According to the initial declaration issued by the participating countries, it “intends to advance resilience, sustainability, inclusiveness, economic growth, fairness, and competitiveness for our economies. Through this initiative, we aim to contribute to cooperation, stability, prosperity, development, and peace within the region.”

TPP Replacement?

While touted by some in the United States as a replacement for the Trans-Pacific Partnership (TPP) for economic engagement in the Southeast Asia region, what has been revealed so far about the Indo-Pacific Economic Framework is quite different from Free Trade Agreements (FTA) like TPP. Unlike an FTA, the IPEF has no plans for addressing tariffs, instead featuring four “pillars” that individual countries can choose to opt-in or out of.

Those pillars are:

  • Trade
  • Supply Chains
  • Clean Energy, Decarbonization and Infrastructure
  • Tax and Anti-corruption

The initial countries agreeing to launch the discussions include key U.S. wheat markets such as Japan, the Philippines, Korea, Indonesia, Thailand, Vietnam, and Malaysia. Others include Australia, Brunei, India, New Zealand and Singapore.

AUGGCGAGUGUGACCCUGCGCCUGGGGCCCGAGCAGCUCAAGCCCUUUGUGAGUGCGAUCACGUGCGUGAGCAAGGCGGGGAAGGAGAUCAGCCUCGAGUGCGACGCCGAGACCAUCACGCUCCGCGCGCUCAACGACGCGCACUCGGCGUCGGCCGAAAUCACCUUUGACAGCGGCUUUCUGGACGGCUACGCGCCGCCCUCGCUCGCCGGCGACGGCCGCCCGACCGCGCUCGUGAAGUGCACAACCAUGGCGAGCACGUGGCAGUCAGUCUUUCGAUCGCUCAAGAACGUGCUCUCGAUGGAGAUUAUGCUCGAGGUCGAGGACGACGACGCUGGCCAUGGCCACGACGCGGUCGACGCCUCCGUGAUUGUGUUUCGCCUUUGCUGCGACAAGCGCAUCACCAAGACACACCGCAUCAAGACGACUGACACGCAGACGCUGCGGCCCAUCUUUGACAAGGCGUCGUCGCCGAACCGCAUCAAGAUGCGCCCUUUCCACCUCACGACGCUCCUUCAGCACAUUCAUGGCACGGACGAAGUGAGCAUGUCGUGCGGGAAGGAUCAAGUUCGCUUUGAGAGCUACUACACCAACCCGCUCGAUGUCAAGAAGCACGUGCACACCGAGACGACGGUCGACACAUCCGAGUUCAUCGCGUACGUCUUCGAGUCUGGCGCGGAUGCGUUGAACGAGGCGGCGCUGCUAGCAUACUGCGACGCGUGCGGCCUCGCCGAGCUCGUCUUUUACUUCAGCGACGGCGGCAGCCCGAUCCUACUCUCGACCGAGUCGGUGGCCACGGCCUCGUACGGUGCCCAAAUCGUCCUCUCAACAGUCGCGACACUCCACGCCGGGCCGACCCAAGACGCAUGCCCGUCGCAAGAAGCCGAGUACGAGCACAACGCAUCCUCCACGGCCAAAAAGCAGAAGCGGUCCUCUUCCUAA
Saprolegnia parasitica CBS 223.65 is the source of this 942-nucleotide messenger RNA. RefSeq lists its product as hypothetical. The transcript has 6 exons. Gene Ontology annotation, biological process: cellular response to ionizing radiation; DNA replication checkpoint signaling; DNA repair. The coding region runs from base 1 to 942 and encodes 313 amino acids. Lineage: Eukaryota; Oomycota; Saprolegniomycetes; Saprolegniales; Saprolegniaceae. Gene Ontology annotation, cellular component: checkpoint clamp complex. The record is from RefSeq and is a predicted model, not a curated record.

Next Steps

These countries have not yet stated which pillars of the Indo-Pacific Economic Framework they intend to join. The outcome of those individual country decisions will likely come after initial negotiations establish the scope of issues to be addressed by each pillar, and for the trade section, this will have far-reaching implications for the value of any subsequent agreement.

The timeline for reaching final agreements across all pillars ranges from 12 to 24 months, making it a hopeful first-term effort for President Biden. IPEF is not expected to require Congressional approval because it would not change U.S. law. Changes would require the U.S. Trade Representative to consult with and eventually seek approval from the U.S. Congress.

This also avoids the need for Trade Promotion Authority (TPA), which expired nearly a year ago. Politically, TPA is often seen as a prerequisite for large-scale negotiations because it delegates some negotiating powers from Congress to the administration and establishes processes for formal consultation and expedited voting for eventual agreements.

With no congressional approval, required an aggressive timeline is more likely for IPEF. However, it also indicates that the scope of the trade pillar will likely be limited in depth.